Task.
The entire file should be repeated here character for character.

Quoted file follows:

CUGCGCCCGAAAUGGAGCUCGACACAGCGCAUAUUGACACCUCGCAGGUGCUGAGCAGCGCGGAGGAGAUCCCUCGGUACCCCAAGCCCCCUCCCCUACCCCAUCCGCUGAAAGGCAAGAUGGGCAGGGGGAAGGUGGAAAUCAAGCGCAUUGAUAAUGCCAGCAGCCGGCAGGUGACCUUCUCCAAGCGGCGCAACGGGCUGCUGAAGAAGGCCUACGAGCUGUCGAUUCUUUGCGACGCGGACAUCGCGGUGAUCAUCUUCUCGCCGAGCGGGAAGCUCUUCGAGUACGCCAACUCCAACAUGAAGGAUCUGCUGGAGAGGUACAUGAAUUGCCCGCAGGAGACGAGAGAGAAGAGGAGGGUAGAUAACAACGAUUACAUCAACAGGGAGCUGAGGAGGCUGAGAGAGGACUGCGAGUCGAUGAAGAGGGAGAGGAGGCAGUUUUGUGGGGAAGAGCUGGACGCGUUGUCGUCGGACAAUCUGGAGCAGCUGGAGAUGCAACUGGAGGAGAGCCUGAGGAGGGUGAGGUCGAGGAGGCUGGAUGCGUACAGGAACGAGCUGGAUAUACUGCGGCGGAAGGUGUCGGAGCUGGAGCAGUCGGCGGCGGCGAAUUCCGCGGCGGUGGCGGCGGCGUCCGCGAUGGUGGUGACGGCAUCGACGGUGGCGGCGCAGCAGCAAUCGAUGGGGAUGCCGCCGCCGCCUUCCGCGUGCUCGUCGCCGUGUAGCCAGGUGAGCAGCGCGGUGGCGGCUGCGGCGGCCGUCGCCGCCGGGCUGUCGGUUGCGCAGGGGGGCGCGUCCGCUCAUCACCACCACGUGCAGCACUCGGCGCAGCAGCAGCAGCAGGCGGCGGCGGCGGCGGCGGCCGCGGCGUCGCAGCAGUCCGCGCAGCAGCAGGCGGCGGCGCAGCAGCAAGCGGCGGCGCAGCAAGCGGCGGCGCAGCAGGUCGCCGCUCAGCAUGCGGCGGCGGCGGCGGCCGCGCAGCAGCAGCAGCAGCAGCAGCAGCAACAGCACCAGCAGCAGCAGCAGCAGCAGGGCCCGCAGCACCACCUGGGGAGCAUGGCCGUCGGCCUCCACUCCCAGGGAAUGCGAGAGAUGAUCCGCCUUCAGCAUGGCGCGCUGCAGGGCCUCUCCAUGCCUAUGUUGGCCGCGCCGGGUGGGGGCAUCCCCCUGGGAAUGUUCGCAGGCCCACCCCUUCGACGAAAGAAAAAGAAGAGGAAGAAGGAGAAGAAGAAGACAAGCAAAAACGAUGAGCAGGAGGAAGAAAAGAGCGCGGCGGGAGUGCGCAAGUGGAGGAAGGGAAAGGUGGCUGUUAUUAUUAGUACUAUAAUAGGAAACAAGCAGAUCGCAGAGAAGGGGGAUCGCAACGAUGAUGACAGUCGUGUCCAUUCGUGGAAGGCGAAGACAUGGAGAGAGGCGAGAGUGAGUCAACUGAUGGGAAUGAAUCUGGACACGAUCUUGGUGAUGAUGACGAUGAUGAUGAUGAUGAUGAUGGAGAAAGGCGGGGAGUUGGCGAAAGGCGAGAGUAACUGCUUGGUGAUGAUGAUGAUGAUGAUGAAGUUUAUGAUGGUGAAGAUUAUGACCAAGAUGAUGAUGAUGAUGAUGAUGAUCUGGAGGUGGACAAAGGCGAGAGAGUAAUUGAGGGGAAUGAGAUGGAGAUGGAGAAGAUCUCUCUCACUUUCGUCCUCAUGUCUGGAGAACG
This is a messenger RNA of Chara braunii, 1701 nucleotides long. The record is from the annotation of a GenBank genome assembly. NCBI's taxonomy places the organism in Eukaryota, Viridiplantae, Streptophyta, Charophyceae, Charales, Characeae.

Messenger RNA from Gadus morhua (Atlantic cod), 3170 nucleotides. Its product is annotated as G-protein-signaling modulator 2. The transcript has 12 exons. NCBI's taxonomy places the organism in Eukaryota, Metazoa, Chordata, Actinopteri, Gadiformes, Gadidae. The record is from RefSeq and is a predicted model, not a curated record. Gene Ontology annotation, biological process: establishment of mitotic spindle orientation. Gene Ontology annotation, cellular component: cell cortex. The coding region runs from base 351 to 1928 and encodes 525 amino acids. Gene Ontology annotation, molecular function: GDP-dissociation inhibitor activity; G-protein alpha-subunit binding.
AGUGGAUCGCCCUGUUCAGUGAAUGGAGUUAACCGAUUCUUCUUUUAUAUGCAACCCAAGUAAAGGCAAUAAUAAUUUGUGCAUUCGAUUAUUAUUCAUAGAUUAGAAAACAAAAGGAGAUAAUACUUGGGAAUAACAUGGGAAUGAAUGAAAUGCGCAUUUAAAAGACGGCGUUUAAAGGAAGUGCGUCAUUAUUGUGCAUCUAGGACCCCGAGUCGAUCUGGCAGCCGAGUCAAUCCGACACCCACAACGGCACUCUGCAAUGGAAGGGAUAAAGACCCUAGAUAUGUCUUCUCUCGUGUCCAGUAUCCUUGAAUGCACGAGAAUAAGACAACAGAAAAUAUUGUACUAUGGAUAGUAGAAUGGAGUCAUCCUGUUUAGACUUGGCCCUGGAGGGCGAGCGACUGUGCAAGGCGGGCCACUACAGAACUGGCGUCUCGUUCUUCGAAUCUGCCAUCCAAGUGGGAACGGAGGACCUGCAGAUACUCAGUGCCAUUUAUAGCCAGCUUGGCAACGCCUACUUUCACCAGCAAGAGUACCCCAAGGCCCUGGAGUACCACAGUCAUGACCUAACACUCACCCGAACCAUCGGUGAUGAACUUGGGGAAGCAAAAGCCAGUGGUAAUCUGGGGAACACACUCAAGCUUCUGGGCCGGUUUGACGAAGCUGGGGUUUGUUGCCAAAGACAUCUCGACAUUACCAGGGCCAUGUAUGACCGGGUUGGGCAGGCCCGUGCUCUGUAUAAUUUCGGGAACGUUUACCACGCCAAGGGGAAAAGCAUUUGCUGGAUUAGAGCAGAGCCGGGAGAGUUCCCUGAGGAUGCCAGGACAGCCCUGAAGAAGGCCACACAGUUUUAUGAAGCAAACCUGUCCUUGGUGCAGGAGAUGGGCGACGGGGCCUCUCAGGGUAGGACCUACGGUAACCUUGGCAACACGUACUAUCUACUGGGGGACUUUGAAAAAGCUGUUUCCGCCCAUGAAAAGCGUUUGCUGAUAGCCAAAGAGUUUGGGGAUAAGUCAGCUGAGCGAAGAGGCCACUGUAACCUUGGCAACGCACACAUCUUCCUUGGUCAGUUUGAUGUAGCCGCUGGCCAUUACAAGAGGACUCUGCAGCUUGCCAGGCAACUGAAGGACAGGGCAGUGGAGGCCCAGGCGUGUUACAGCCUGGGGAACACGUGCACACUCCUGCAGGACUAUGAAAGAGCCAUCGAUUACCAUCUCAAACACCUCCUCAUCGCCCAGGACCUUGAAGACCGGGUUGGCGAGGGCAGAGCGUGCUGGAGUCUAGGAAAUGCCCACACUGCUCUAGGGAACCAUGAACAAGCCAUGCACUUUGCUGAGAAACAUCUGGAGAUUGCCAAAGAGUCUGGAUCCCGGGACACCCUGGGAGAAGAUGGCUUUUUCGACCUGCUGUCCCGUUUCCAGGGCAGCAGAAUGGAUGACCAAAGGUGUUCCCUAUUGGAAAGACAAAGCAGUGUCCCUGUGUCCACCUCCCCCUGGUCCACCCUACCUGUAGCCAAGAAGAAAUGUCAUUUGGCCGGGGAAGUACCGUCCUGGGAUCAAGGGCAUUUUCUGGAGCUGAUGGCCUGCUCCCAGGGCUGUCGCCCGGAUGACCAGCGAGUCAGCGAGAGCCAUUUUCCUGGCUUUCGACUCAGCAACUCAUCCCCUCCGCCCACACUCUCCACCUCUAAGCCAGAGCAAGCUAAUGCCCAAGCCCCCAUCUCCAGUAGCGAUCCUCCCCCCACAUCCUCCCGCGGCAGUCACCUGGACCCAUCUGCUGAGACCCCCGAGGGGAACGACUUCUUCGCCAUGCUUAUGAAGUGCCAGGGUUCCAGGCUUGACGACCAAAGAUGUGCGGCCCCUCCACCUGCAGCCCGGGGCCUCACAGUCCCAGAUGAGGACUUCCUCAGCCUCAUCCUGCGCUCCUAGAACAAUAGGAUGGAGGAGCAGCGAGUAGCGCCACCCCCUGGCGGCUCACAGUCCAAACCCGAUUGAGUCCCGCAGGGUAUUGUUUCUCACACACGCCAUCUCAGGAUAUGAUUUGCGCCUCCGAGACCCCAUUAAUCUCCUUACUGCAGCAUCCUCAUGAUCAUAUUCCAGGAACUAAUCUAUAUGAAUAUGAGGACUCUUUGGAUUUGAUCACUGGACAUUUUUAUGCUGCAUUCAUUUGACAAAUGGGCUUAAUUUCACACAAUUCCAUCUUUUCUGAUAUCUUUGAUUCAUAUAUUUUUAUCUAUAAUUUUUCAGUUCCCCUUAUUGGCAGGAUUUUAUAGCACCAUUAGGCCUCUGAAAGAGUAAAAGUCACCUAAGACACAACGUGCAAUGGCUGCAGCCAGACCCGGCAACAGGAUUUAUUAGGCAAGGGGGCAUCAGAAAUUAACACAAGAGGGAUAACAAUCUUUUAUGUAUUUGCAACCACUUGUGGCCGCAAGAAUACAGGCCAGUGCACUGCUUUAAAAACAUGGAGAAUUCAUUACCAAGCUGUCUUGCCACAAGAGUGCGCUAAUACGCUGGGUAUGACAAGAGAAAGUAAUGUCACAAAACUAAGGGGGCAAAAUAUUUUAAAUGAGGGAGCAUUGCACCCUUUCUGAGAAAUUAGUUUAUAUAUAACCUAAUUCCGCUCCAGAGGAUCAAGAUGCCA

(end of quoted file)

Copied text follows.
CUGCGCCCGAAAUGGAGCUCGACACAGCGCAUAUUGACACCUCGCAGGUGCUGAGCAGCGCGGAGGAGAUCCCUCGGUACCCCAAGCCCCCUCCCCUACCCCAUCCGCUGAAAGGCAAGAUGGGCAGGGGGAAGGUGGAAAUCAAGCGCAUUGAUAAUGCCAGCAGCCGGCAGGUGACCUUCUCCAAGCGGCGCAACGGGCUGCUGAAGAAGGCCUACGAGCUGUCGAUUCUUUGCGACGCGGACAUCGCGGUGAUCAUCUUCUCGCCGAGCGGGAAGCUCUUCGAGUACGCCAACUCCAACAUGAAGGAUCUGCUGGAGAGGUACAUGAAUUGCCCGCAGGAGACGAGAGAGAAGAGGAGGGUAGAUAACAACGAUUACAUCAACAGGGAGCUGAGGAGGCUGAGAGAGGACUGCGAGUCGAUGAAGAGGGAGAGGAGGCAGUUUUGUGGGGAAGAGCUGGACGCGUUGUCGUCGGACAAUCUGGAGCAGCUGGAGAUGCAACUGGAGGAGAGCCUGAGGAGGGUGAGGUCGAGGAGGCUGGAUGCGUACAGGAACGAGCUGGAUAUACUGCGGCGGAAGGUGUCGGAGCUGGAGCAGUCGGCGGCGGCGAAUUCCGCGGCGGUGGCGGCGGCGUCCGCGAUGGUGGUGACGGCAUCGACGGUGGCGGCGCAGCAGCAAUCGAUGGGGAUGCCGCCGCCGCCUUCCGCGUGCUCGUCGCCGUGUAGCCAGGUGAGCAGCGCGGUGGCGGCUGCGGCGGCCGUCGCCGCCGGGCUGUCGGUUGCGCAGGGGGGCGCGUCCGCUCAUCACCACCACGUGCAGCACUCGGCGCAGCAGCAGCAGCAGGCGGCGGCGGCGGCGGCGGCCGCGGCGUCGCAGCAGUCCGCGCAGCAGCAGGCGGCGGCGCAGCAGCAAGCGGCGGCGCAGCAAGCGGCGGCGCAGCAGGUCGCCGCUCAGCAUGCGGCGGCGGCGGCGGCCGCGCAGCAGCAGCAGCAGCAGCAGCAGCAACAGCACCAGCAGCAGCAGCAGCAGCAGGGCCCGCAGCACCACCUGGGGAGCAUGGCCGUCGGCCUCCACUCCCAGGGAAUGCGAGAGAUGAUCCGCCUUCAGCAUGGCGCGCUGCAGGGCCUCUCCAUGCCUAUGUUGGCCGCGCCGGGUGGGGGCAUCCCCCUGGGAAUGUUCGCAGGCCCACCCCUUCGACGAAAGAAAAAGAAGAGGAAGAAGGAGAAGAAGAAGACAAGCAAAAACGAUGAGCAGGAGGAAGAAAAGAGCGCGGCGGGAGUGCGCAAGUGGAGGAAGGGAAAGGUGGCUGUUAUUAUUAGUACUAUAAUAGGAAACAAGCAGAUCGCAGAGAAGGGGGAUCGCAACGAUGAUGACAGUCGUGUCCAUUCGUGGAAGGCGAAGACAUGGAGAGAGGCGAGAGUGAGUCAACUGAUGGGAAUGAAUCUGGACACGAUCUUGGUGAUGAUGACGAUGAUGAUGAUGAUGAUGAUGGAGAAAGGCGGGGAGUUGGCGAAAGGCGAGAGUAACUGCUUGGUGAUGAUGAUGAUGAUGAUGAAGUUUAUGAUGGUGAAGAUUAUGACCAAGAUGAUGAUGAUGAUGAUGAUGAUCUGGAGGUGGACAAAGGCGAGAGAGUAAUUGAGGGGAAUGAGAUGGAGAUGGAGAAGAUCUCUCUCACUUUCGUCCUCAUGUCUGGAGAACG
This is a messenger RNA of Chara braunii, 1701 nucleotides long. The record is from the annotation of a GenBank genome assembly. NCBI's taxonomy places the organism in Eukaryota, Viridiplantae, Streptophyta, Charophyceae, Charales, Characeae.

Messenger RNA from Gadus morhua (Atlantic cod), 3170 nucleotides. Its product is annotated as G-protein-signaling modulator 2. The transcript has 12 exons. NCBI's taxonomy places the organism in Eukaryota, Metazoa, Chordata, Actinopteri, Gadiformes, Gadidae. The record is from RefSeq and is a predicted model, not a curated record. Gene Ontology annotation, biological process: establishment of mitotic spindle orientation. Gene Ontology annotation, cellular component: cell cortex. The coding region runs from base 351 to 1928 and encodes 525 amino acids. Gene Ontology annotation, molecular function: GDP-dissociation inhibitor activity; G-protein alpha-subunit binding.
AGUGGAUCGCCCUGUUCAGUGAAUGGAGUUAACCGAUUCUUCUUUUAUAUGCAACCCAAGUAAAGGCAAUAAUAAUUUGUGCAUUCGAUUAUUAUUCAUAGAUUAGAAAACAAAAGGAGAUAAUACUUGGGAAUAACAUGGGAAUGAAUGAAAUGCGCAUUUAAAAGACGGCGUUUAAAGGAAGUGCGUCAUUAUUGUGCAUCUAGGACCCCGAGUCGAUCUGGCAGCCGAGUCAAUCCGACACCCACAACGGCACUCUGCAAUGGAAGGGAUAAAGACCCUAGAUAUGUCUUCUCUCGUGUCCAGUAUCCUUGAAUGCACGAGAAUAAGACAACAGAAAAUAUUGUACUAUGGAUAGUAGAAUGGAGUCAUCCUGUUUAGACUUGGCCCUGGAGGGCGAGCGACUGUGCAAGGCGGGCCACUACAGAACUGGCGUCUCGUUCUUCGAAUCUGCCAUCCAAGUGGGAACGGAGGACCUGCAGAUACUCAGUGCCAUUUAUAGCCAGCUUGGCAACGCCUACUUUCACCAGCAAGAGUACCCCAAGGCCCUGGAGUACCACAGUCAUGACCUAACACUCACCCGAACCAUCGGUGAUGAACUUGGGGAAGCAAAAGCCAGUGGUAAUCUGGGGAACACACUCAAGCUUCUGGGCCGGUUUGACGAAGCUGGGGUUUGUUGCCAAAGACAUCUCGACAUUACCAGGGCCAUGUAUGACCGGGUUGGGCAGGCCCGUGCUCUGUAUAAUUUCGGGAACGUUUACCACGCCAAGGGGAAAAGCAUUUGCUGGAUUAGAGCAGAGCCGGGAGAGUUCCCUGAGGAUGCCAGGACAGCCCUGAAGAAGGCCACACAGUUUUAUGAAGCAAACCUGUCCUUGGUGCAGGAGAUGGGCGACGGGGCCUCUCAGGGUAGGACCUACGGUAACCUUGGCAACACGUACUAUCUACUGGGGGACUUUGAAAAAGCUGUUUCCGCCCAUGAAAAGCGUUUGCUGAUAGCCAAAGAGUUUGGGGAUAAGUCAGCUGAGCGAAGAGGCCACUGUAACCUUGGCAACGCACACAUCUUCCUUGGUCAGUUUGAUGUAGCCGCUGGCCAUUACAAGAGGACUCUGCAGCUUGCCAGGCAACUGAAGGACAGGGCAGUGGAGGCCCAGGCGUGUUACAGCCUGGGGAACACGUGCACACUCCUGCAGGACUAUGAAAGAGCCAUCGAUUACCAUCUCAAACACCUCCUCAUCGCCCAGGACCUUGAAGACCGGGUUGGCGAGGGCAGAGCGUGCUGGAGUCUAGGAAAUGCCCACACUGCUCUAGGGAACCAUGAACAAGCCAUGCACUUUGCUGAGAAACAUCUGGAGAUUGCCAAAGAGUCUGGAUCCCGGGACACCCUGGGAGAAGAUGGCUUUUUCGACCUGCUGUCCCGUUUCCAGGGCAGCAGAAUGGAUGACCAAAGGUGUUCCCUAUUGGAAAGACAAAGCAGUGUCCCUGUGUCCACCUCCCCCUGGUCCACCCUACCUGUAGCCAAGAAGAAAUGUCAUUUGGCCGGGGAAGUACCGUCCUGGGAUCAAGGGCAUUUUCUGGAGCUGAUGGCCUGCUCCCAGGGCUGUCGCCCGGAUGACCAGCGAGUCAGCGAGAGCCAUUUUCCUGGCUUUCGACUCAGCAACUCAUCCCCUCCGCCCACACUCUCCACCUCUAAGCCAGAGCAAGCUAAUGCCCAAGCCCCCAUCUCCAGUAGCGAUCCUCCCCCCACAUCCUCCCGCGGCAGUCACCUGGACCCAUCUGCUGAGACCCCCGAGGGGAACGACUUCUUCGCCAUGCUUAUGAAGUGCCAGGGUUCCAGGCUUGACGACCAAAGAUGUGCGGCCCCUCCACCUGCAGCCCGGGGCCUCACAGUCCCAGAUGAGGACUUCCUCAGCCUCAUCCUGCGCUCCUAGAACAAUAGGAUGGAGGAGCAGCGAGUAGCGCCACCCCCUGGCGGCUCACAGUCCAAACCCGAUUGAGUCCCGCAGGGUAUUGUUUCUCACACACGCCAUCUCAGGAUAUGAUUUGCGCCUCCGAGACCCCAUUAAUCUCCUUACUGCAGCAUCCUCAUGAUCAUAUUCCAGGAACUAAUCUAUAUGAAUAUGAGGACUCUUUGGAUUUGAUCACUGGACAUUUUUAUGCUGCAUUCAUUUGACAAAUGGGCUUAAUUUCACACAAUUCCAUCUUUUCUGAUAUCUUUGAUUCAUAUAUUUUUAUCUAUAAUUUUUCAGUUCCCCUUAUUGGCAGGAUUUUAUAGCACCAUUAGGCCUCUGAAAGAGUAAAAGUCACCUAAGACACAACGUGCAAUGGCUGCAGCCAGACCCGGCAACAGGAUUUAUUAGGCAAGGGGGCAUCAGAAAUUAACACAAGAGGGAUAACAAUCUUUUAUGUAUUUGCAACCACUUGUGGCCGCAAGAAUACAGGCCAGUGCACUGCUUUAAAAACAUGGAGAAUUCAUUACCAAGCUGUCUUGCCACAAGAGUGCGCUAAUACGCUGGGUAUGACAAGAGAAAGUAAUGUCACAAAACUAAGGGGGCAAAAUAUUUUAAAUGAGGGAGCAUUGCACCCUUUCUGAGAAAUUAGUUUAUAUAUAACCUAAUUCCGCUCCAGAGGAUCAAGAUGCCA